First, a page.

2. Build a UI component for gathering user feedback.
  3. Grab all the DOM nodes containing user names on this web page.
  4. Build a diagram maker that allows me to create boxes, arrows, and type text.
  5. Build a UI that makes it easier for me to narrow down my hobby selection from Wikipedia's list of hobbies.
  6. Given this React code, make the design responsive.

And the best part: upon finishing the workbook, you will have a portfolio of mini-projects to demonstrate your newfound skills to any potential employers or bosses.

But if you're in the middle of a career transition, or are otherwise feeling a little hopeless, perhaps...

3. Feel empowered and confident with a step-by-step approach. 🏋️

Whether you are:

  1. looking for your first job,
  2. getting into frontend as an experienced developer, or
  3. just looking to learn some light DOM scripting as a product manager,

different pathways through the book will guide you to your desired learning outcome:

Say goodbye to hopelessness. With the book's focus on action, you can feel empowered – knowing that the only thing keeping you from your goals is putting in the work.

Interested? 👀

Etudes for the Web Browser is a work-in-progress, and hasn't been released yet.

If you're interested, please sign up for email updates as the workbook makes its way to launch:

Frequently Asked Questions 🤔

Who are you anyway, and why should I listen to you?

Etudes for the Web Browser is made by me, Jason Tu.

I've been developing frontend JavaScript applications since the jQuery and Backbone.js days (2013), seen the evolution of MVC frameworks such as Ember.js, and have continued working all the way to today's modern React and TypeScript stacks.

And I have significant professional experience, having worked as a full-stack engineer across many businesses (Wonder, Segment.io, Jet.com, Zynga, to name a few). I've mentored several people at these companies, and bootstrapped them with just enough frontend skills to be dangerous.

In short: I spent my entire 20's doing this (I'm 29 now!). I know my stuff, and I can teach you what I know.

How is this book better than The Odin Project, Scrimba, Udemy, or any of the other course platforms out there?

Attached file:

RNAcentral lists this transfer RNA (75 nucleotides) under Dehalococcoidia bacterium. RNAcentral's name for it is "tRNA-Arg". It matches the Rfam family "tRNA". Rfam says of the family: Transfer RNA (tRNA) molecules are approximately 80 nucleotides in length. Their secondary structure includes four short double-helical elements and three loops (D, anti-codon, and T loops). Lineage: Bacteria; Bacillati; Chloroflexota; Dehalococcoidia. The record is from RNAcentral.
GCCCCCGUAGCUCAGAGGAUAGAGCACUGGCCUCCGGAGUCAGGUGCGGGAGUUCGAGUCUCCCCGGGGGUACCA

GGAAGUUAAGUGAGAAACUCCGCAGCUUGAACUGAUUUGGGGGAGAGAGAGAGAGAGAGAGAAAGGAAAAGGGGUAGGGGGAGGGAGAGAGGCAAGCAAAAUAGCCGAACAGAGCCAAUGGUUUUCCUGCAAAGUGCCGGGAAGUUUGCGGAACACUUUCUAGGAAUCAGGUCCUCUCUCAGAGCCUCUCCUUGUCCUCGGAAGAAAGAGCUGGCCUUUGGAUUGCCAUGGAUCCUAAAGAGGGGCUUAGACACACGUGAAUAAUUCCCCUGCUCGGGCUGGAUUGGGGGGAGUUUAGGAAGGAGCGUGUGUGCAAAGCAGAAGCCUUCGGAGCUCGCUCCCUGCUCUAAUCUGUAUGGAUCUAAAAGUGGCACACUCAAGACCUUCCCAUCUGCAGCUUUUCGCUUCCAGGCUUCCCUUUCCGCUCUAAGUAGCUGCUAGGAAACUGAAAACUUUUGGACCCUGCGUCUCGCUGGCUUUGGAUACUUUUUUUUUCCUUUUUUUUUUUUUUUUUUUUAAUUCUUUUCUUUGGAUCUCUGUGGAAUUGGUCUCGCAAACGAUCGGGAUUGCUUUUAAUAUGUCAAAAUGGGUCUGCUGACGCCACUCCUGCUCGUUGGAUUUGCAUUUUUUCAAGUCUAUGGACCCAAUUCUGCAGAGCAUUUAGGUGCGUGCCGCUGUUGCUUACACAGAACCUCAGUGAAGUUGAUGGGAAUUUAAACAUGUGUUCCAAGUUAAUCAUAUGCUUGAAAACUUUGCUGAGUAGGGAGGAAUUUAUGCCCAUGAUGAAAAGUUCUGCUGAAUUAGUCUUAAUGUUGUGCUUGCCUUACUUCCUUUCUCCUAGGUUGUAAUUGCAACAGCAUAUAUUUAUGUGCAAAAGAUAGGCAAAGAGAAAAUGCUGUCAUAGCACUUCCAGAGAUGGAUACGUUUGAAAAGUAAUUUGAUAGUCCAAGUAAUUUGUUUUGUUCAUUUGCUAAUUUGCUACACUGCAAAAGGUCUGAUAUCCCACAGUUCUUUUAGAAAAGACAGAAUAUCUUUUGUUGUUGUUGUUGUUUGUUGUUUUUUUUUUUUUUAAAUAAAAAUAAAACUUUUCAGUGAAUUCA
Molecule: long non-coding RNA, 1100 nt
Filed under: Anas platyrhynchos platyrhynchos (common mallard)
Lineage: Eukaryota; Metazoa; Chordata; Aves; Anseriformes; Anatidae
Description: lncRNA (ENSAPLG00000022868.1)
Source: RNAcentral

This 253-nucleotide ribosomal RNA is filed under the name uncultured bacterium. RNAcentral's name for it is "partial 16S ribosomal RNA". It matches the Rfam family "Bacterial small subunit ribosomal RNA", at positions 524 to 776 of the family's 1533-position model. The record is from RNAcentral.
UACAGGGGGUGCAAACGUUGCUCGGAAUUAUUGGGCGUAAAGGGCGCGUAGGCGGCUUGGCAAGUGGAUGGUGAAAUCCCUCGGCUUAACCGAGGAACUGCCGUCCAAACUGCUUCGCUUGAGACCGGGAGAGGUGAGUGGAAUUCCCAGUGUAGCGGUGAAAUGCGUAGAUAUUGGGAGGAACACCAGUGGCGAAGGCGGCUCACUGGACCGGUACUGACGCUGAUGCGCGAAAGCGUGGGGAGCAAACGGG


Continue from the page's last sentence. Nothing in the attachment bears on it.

Many of the courses out there are fantastic. If those courses work for you, then great!

However, Etudes for the Web Browser was born out of frustration. There’s little training material for developers who want to contribute to frontend codebases right away, or want nothing more than to land their first job, but lack a proper understanding of the fundamentals.

In such a situation, you really need something practical – something that gets your hands dirty as soon as possible, taught by someone with hard-won industry experience.

That’s what I hope to provide as part of my book

Will this book be free or paid?

This book will be a paid product. That said, I’m not sure what the pricing will look like yet – I still have to flesh out the workbook’s contents!

What prerequisites should I know before diving into this workbook?

You should have a general familiarity of:

  • how to use a web browser
  • how to use a plain text editor (versus a rich text editor, such as Microsoft Word)
  • the basics of HTTP, web servers, and how browsers work (see my frontend overview blog post for a good rundown)

Assuming you are familiar with the basic concepts of web development, this book will take you further into practical skill territory.

How long will it take to finish the workbook?

This remains to be seen! Once I am finished with the workbook and have tested it with some initial readers, I’ll be able to give a less hand-wavy time estimate.

That said, the workbook is intended to ramp you up on frontend skills as fast as possible. Depending on your goals, you can find immediate value from the skills you learn in early modules – without completing the entire book.

What's included in the workbook?

For now, my plan is as follows:

  1. Produce a workbook.
  2. Produce a set of exercises for each chapter, as well as corresponding answers (which will inlude source code).

I also plan on creating a meeting format for a 1:1 office hours meeting, where we can meet regularly to discuss progress towards goals.

What if I go through the workbook, and still have questions?

For now, you can shoot me an email at jasontu4@gmail.com and I’ll get back to you shortly!

But these plans are tentative, and I’d like to produce the workbook first before deciding on support plans. (There could also be a Discord channel, or office hours, or a GitHub issue tracker for example.)